Magazines. We all know it. This can be a golden time for specialist media produced by enthusiasts for enthusiasts. Niche publishers might still lose advertising to Facebook and Google, and copy sales to the free web. But these passionate, focused audiences can become buyers of more than magazines, books and digital information: e-commerce can provide new growth. However, two corporate announcements this month highlighted the divergent fortunes of specialist publishers pursuing e-commerce ambitions in the UK and US.
The UK-based Future Plc announced the acquisition of US digital publisher Mobile Nations. It was the magazine-centric company’s fifth acquisition in 15 months with total spending of some $300m. The latest US deal came as it reported 2018 EBITDA up by 88% and profit margin up from 13% to 17%. E-commerce accounted for $23.1m of revenues and had more than doubled in 2018. Shareholders of the company, founded 34 years ago by TED boss Chris Anderson, love its strategy: the share price has more than trebled in the past 12 months. It is becoming a multi-platform specpub by building proprietary tech, shifting its centre of gravity with targeted acquisitions, and recruiting a senior team of (largely) non-magazine people.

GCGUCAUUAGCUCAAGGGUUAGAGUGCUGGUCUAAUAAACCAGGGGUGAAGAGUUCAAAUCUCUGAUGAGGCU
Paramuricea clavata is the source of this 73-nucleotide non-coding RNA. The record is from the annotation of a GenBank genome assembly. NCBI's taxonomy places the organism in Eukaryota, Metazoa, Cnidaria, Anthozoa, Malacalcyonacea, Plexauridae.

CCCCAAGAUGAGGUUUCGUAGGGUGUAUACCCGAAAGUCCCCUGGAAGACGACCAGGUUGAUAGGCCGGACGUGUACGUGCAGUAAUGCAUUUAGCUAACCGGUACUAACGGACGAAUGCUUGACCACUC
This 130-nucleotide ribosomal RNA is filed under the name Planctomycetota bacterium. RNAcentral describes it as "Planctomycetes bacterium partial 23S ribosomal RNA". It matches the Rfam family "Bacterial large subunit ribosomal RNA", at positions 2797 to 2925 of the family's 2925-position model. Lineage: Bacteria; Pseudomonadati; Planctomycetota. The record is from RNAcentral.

Across the Atlantic, the $90m-revenue F+W Media has a different story. It has been a prominent specialist magazine and book publisher since the 1913 launch of Farm Quarterly and Writer’s Digest (hence F+W). Its “passion” categories now include fine art, crafts, writing, collectibles, genealogy, gardening, woodworking, and astronomy. The company, that must once have been coveted by Future (and vice versa), has grown though a series of acquisitions, including book publishers David & Charles and Krause, Aspire Media, and New Track. In addition to magazines and books, it operates digital services, podcasts, online education, exhibitions – and e-commerce. Its major brands include: Coins magazine, Military Vehicles, Interweave, Quilting Company, Artists Network, Writer’s Digest, Antique Trader, Gun Digest and Popular Woodworking. But it all came crashing down this month as F+W filed for bankruptcy with net debt of at least $105m and a mere $2.5m in available cash. All its assets are now up for sale.